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Fan painting by Su Hanchen,The Maid, Song Dynasty(960-1279).
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Fan painting by Xu Beihong(1895-1953) ,The Cat
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Fan painting by Zhao Yong,Clear River and the Wintry Moon, Yuan Dynasty (1271-1368).
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Fan painting by Li Anzhong,Butterflies in the Spring, Song Dynasty(960-1279).
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Fan painting by Ma Lin,Hold a Candle for a Night Excursion, Song Dynasty(960-1279).
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Fan painting by Zhao Chang,Apricot Flowers, Song Dynasty(960-1279).

(source: http://www1.chinaculture.org/classics/2014-06/12/content_537342_11.htm

About Interact China


“A Social Enterprise in E-commerce Promoting Oriental Aesthetic Worldwide” 

Aileen & Norman co-founded Interact China in 2004 with specialization in fine Oriental Aesthetic products handmade by ethnic minorities & Han Chinese. Having direct partnerships with artisans, designers, craft masters and tailors, along with 10 years solid experience in e-commerce via InteractChina.com, we position well to bridge talented artisans in the East with the rest of the world, and bring you direct finely selected products that are of good quality and aesthetic taste.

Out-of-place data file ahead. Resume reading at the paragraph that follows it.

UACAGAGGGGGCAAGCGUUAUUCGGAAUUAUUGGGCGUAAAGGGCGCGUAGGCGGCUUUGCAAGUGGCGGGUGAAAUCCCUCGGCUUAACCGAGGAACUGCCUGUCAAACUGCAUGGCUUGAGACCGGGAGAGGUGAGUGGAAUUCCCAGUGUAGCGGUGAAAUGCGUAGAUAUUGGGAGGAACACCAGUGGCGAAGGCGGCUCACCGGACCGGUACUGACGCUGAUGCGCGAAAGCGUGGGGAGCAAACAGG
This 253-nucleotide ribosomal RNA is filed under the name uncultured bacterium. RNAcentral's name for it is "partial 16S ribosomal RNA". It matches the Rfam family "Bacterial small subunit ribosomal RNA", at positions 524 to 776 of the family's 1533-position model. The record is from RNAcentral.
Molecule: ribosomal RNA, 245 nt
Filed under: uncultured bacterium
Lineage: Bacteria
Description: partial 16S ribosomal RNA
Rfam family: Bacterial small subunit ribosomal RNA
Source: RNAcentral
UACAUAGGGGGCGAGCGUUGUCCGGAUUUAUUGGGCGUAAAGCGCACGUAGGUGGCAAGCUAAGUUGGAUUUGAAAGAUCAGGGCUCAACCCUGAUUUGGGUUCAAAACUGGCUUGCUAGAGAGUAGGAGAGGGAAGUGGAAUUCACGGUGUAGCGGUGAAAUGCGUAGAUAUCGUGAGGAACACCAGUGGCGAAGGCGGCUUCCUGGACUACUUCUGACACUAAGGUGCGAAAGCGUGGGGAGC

So far we carry 3000+ goods covering Ladies Fashion, Kungfu Clothing, Home Furnishings, Babies & Kids, Painting Arts, Textile Arts, Carving Arts, Tribal Jewelry Art, Wall Masks and Musical Instruments. Our team speak English, French, German, Spanish and Italian, and serve customers worldwide with passion and hearts.


P.S. We Need People with Similar Passion to Join Our Blogging Team!

If you have passion to write about Oriental Aesthetic in Fashion, Home Decor, Art & Crafts, Culture, Music, Books, and Charity, please contact us at bloggers@interactchina.com, we would love to hear from you!